Top 20 War Films…

Ok continuing on from the previous post we have now got a list of our top 20 war films. There are some good films listed with Vietnam now making an appearance. What of pre-20th century subjects? Is there more to be added?

  1. Battle of Britain
  2. Waterloo
  3. Zulu
  4. A Bridge Too Far
  5. Black Book
  6. The Longest Day
  7. The Desert Fox
  8. Dambusters
  9. All Quiet on the Western Front (1930)
  10. Das Boot
  11. Black Hawk Down
  12. Gallipoli
  13. Enigma
  14. Master and Commander
  15. Downfall
  16. We Were Soldiers
  17. Apocalypse Now
  18. Full Metal Jacket
  19. The Hurt Locker
  20. The Great Escape

Of course this is not in any rank order…

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14 responses to “Top 20 War Films…

  1. A handful of films which I think of as war movies, but not everyone shares my opinion due to the lack of actual battle scenes are these ones.

    The Best Years of Our Lives. Although strictly speaking a post-war film, the issues of war and the damage it causes is the central theme. http://www.imdb.com/title/tt0036868/

    Casablanca – Perhaps one of the most effective propaganda films of WWII http://en.wikipedia.org/wiki/Casablanca_%28film%29

    Also, Dr. Strangelove http://www.imdb.com/title/tt0057012/

    Lawrence of Arabia http://www.imdb.com/title/tt0056172/

    The African Queen http://en.wikipedia.org/wiki/The_African_Queen_%28film%29

    And for the ultimate COLD war film: The Manchurian Candidate http://en.wikipedia.org/wiki/The_Manchurian_Candidate_%281962_film%29

  2. Immediately sticking out like a sore thumb by their absence – In Which We Serve and The Cruel Sea. And where is Tora! Tora! Tora!? It’s not often thought of as a war film, but there is Gone With The Wind. Or Glory for a more traditional American Civil War film. And I have a lot of thime for Come And See, a harrowing portrayal of live in Nazi-occupied Byelorussia. And there are more obscure films I have a lot of time for, such as Appointment in London and The Way To The Stars.

    And given your research interests, I’m surprised that Reach for the Sky isn’t there …

  3. They may be slightly questionable in this category but Where Eagles Dare and The Eagle has Landed. It may be partly nostalgia but the latter will always be one of my favourites, full of memorable set-pieces like the waterwheel, girl on the train, dead bodies on the MTB, organ playing…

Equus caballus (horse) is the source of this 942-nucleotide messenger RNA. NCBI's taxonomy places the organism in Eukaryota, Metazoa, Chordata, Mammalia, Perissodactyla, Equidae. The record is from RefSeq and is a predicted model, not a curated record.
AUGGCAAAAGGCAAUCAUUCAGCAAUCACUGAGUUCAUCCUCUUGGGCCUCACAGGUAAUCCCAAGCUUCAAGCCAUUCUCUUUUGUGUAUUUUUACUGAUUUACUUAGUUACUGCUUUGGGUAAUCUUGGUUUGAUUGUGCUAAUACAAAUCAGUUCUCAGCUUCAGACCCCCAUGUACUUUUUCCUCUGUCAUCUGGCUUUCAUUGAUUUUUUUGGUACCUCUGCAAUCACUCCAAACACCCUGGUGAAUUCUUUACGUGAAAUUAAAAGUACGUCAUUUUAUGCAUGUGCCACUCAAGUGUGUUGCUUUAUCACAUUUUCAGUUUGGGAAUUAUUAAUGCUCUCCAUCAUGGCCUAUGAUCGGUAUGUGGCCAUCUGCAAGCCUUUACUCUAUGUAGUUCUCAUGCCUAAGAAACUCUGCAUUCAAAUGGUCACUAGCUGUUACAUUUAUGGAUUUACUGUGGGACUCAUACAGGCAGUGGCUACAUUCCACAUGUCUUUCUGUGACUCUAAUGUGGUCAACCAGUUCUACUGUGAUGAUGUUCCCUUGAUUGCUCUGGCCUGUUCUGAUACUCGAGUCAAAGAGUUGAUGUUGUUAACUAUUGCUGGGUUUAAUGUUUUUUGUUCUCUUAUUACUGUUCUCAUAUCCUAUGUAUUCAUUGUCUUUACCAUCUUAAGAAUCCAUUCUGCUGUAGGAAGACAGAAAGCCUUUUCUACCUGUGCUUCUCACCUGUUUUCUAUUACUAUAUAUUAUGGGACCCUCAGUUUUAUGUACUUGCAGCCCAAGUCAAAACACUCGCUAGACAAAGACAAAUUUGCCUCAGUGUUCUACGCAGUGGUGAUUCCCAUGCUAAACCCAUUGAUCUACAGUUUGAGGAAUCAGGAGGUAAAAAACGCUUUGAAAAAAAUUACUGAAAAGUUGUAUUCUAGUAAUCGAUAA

4. I’m surprised that no one has mentioned the horrible 1960’s dialogue between Caine and Baker in Zulu. The film succeeds as a good war movie in spite of this fault thanks to an excellent supporting cast (esp. Nigel Green as Colour Sergeant Bourne and James Booth as Pvt. Hook), excellent direction and cinematography.

  5. I’m sure I’m not the first to complain about lack of:
    Pork Chop Hill
    A Walk In The Sun
    Story Of G I Joe
    Iron Cross
    The Bridge (german)
    Bridge at Remagen
    Hamburger Hill
    Platoon
    Big Parade
    Attack
    Stalingrad (russian version)
    Paths of Glory (If nothing else, just for the opening dolly shot)
    Deer Hunter
    The Trench
    Cruel Sea
    3 days of Naples
    Open City

    Against this list you could certainly drop your 1.2.4.6,7,8,14 and 20
    Special mention must be made of Lewis Milestone who directed All Quite, A walk in the Sun and Pork Chop Hill, 3 wars 3 great film about the futility of fighting. No one said it better than Norman Lloyd “In 1972 when we’re fighting the battle of Tibet”

    Paul johnson
    paulzjoh@mtnhome.com

  6. And why would you drop those films? As much as the ones on your list are good films are these not classics of the genre.

  7. I thought about The Eagle has Landed and I think it is a great film. Why I left if off I do not know. It is certainly a war film even though the story itself is fiction. Does it show us anything about the war I think is the question.

  8. I have never been a fan of Reach for the Sky. I’m not sure why though I supect it is because I do not think Brickhill’s book on which the film is based is an accurate representation Bader. It is to unbalanced as a work.

    Ah yes Tora, Tora, Tora a good choice the same as the other. More to add to the list.

  9. Reason for dropping films”
    1,2,4,6,7&8 Just not very good as a movie, great subject matter, poorly presented Probably more realism in the opening sequence of “Saving Ryan’ than all of the above. Yes, they portrayed gallant people but they were not good movie making.
    14. To much reliance on computer graphics, distracts from the film as a visual experience
    20. Typical star turn, more money spent on casting than plot development. The whole McQueen bike thing was a side show, the tunnel was the film not the bike chase.

  10. Paul while I agree that you list is good I diagree that many of these are poor films but hey that is life.

  11. Pingback: Top 60 War Films « Thoughts on Military History·

  12. I have recently begun a project to watch the The 100 Greatest War Movies as determined by Military History magazine. Visit my blog at “warmoviebuff.blogspot.com” to participate. For now (and this will obviously change as my project progresses) I would say:
    1. Saving Private Ryan
    2. Platoon
    3. Black Hawk Down
    4. Glory
    5. The Great Escape
    6. The Longest Day
    7. Gettysburg
    8. The Hurt Locker
    9. Master and Commander
    10. Enemy at the Gates
    11. The Last of the Mohicans
    12. A Walk in the Sun
    13. Full Metal Jacket
    14. Apocalypse Now
    15. Tropic Thunder
    16. Spartacus
    17. Tora! Tora! Tora!
    18. Das Boot
    19. Three Kings
    20. Patton

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